Empowering consumers to reduce residential energy waste : designing, implementing, and evaluating the Connecticut neighbor to Neighbor Energy Challenge
Author(s)Donnelly, Kathy A. (Kathy Ann)
Massachusetts Institute of Technology. Engineering Systems Division.
Sanjay E. Sarma.
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This thesis considers behavior change strategies to increase CT residential energy efficiency uptake in the context of an action research pilot. Action research includes experimental pilot deployment within a realworld system, continuously analyzing customers participating in their daily lives. The approach allows for simultaneous planning, execution, and evaluation, as well as concurrent development of major program changes, real-time solutions, and innovative responses. The Connecticut Neighbor to Neighbor Energy Challenge (N2N), in which my research was conducted, was designed to determine the minimum conditions necessary to administer cost-effective community and behavior-based energy efficiency programs. Customers in 14 small towns complete energy savings actions, such as efficient lighting, weatherization, and upgrades, like insulation, appliance upgrades, advanced air sealing, and renewable energy installations. N2N meets customers where they are already going (e.g., in the field) by partnering with local community groups, town governments, low income and senior organizations, faith communities, education facilities, and business organizations, and using social and earned media channels. I describe the N2N opportunity; program design, execution, and evaluation; primary behavioral research, especially the DOE Home Energy Score behavioral economics experiment; and the post-grant transition process. Four main pilot implementation components were used, including: lead generation using behavioral marketing, research, and outreach approaches; a technology platform closely tracking the customer; a continuous process of evaluation; and frequently published results dashboards. The research discovered gaps in program performance that will hinder meeting CT's long-term energy, efficiency, and carbon reduction goals. N2N is also finding evidence of increasing rates of upgrade uptake, where word of mouth and self-herding (e.g., where people follow past behavior) leads to action for others, as well as additional actions in individual households, respectively. The research finds two main recommendations for CT energy efficiency programs: 1) Continue to fund fast-paced, testing grounds for efficiency programs outside of current regulatory constraints to: inform program design and policy decisions, as well as direct market innovation, and 2) Use social and behavioral approaches to encourage viral spreading of efficiency uptake.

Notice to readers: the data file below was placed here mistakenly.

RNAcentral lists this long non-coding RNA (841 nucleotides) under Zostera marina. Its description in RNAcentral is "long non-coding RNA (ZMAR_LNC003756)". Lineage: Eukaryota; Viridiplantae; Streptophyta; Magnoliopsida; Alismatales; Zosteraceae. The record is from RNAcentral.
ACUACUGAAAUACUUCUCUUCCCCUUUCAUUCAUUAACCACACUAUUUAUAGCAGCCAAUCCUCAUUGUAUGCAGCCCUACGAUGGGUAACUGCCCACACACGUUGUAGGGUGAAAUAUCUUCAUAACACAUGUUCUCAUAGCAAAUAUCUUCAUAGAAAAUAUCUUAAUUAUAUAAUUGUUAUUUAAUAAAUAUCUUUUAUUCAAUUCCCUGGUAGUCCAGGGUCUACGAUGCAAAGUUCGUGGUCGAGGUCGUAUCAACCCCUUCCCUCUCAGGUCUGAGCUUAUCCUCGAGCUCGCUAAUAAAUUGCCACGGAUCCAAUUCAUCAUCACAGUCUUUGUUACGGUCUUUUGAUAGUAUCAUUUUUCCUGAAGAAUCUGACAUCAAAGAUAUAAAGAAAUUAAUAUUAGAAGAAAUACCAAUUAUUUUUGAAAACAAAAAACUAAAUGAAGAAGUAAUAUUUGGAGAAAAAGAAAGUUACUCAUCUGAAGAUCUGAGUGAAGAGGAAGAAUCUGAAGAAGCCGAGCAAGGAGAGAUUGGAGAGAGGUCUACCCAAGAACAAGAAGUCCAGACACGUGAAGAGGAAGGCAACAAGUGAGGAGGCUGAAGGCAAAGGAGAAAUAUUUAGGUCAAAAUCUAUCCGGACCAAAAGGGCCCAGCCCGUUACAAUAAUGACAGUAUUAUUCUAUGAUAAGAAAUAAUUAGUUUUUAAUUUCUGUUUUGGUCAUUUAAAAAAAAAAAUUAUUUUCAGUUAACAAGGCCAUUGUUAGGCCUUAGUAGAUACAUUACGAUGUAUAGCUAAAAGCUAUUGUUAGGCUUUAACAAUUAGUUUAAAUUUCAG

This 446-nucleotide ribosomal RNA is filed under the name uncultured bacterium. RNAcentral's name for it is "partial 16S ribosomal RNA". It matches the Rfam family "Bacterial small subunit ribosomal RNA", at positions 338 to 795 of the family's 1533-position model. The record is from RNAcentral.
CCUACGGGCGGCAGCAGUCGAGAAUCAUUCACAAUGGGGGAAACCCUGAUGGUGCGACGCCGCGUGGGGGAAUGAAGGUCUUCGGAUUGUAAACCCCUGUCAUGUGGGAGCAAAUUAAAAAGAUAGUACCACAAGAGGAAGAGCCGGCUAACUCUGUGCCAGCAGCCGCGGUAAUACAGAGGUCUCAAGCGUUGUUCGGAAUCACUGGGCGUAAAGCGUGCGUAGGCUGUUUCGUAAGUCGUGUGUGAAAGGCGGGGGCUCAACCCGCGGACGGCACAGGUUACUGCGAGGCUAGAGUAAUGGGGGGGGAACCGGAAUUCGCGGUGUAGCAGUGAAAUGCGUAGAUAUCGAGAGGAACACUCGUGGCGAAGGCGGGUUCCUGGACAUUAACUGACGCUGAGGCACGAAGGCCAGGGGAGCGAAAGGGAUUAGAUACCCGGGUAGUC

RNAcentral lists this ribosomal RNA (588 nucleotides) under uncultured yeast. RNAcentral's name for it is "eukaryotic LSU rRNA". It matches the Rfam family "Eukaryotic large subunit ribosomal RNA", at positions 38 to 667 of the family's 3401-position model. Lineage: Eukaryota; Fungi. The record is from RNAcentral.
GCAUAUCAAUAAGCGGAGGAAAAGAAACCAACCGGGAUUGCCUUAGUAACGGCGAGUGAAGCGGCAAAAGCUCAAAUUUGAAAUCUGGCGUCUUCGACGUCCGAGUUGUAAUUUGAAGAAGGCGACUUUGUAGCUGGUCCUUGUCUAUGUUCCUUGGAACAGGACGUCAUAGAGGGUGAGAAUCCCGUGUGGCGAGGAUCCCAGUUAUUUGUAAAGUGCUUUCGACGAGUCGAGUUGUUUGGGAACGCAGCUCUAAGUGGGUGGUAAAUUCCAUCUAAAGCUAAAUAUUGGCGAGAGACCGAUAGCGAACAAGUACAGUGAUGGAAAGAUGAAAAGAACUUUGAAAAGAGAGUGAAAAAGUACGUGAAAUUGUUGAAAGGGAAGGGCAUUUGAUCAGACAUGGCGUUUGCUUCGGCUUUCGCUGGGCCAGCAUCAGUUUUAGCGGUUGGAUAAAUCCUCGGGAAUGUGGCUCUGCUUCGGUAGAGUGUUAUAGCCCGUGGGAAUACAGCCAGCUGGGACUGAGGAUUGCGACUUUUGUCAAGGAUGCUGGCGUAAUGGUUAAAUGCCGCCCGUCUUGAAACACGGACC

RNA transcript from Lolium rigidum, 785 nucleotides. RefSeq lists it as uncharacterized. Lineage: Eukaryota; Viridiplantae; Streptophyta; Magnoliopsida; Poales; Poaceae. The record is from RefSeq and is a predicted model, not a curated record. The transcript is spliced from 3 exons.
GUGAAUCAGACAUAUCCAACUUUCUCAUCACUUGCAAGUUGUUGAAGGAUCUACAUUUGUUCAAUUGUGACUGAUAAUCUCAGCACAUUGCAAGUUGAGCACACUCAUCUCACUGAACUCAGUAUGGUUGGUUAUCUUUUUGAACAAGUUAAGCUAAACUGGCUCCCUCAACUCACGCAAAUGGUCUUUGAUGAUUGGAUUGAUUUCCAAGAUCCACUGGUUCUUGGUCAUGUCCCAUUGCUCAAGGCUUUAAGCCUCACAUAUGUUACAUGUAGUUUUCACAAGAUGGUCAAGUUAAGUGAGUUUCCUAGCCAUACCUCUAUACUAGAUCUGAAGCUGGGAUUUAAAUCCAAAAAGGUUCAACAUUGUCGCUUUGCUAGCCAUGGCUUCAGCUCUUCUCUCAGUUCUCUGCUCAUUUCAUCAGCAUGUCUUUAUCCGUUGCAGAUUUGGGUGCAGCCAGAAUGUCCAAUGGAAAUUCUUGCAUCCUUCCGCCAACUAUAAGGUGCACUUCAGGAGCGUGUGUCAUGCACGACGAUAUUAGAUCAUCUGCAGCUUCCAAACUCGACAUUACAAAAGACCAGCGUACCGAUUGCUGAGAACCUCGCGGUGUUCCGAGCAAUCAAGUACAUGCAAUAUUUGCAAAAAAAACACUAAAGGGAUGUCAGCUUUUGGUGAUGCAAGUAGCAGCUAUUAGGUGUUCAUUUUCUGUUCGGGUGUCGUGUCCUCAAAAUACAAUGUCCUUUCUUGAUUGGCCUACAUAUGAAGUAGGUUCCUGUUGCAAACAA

Thesis (Ph. D.)--Massachusetts Institute of Technology, Engineering Systems Division, 2013.This electronic version was submitted by the student author. The certified thesis is available in the Institute Archives and Special Collections.Cataloged from student-submitted PDF version of thesis.Includes bibliographical references (p. 152-164).
DepartmentMassachusetts Institute of Technology. Engineering Systems Division.
Massachusetts Institute of Technology
Engineering Systems Division.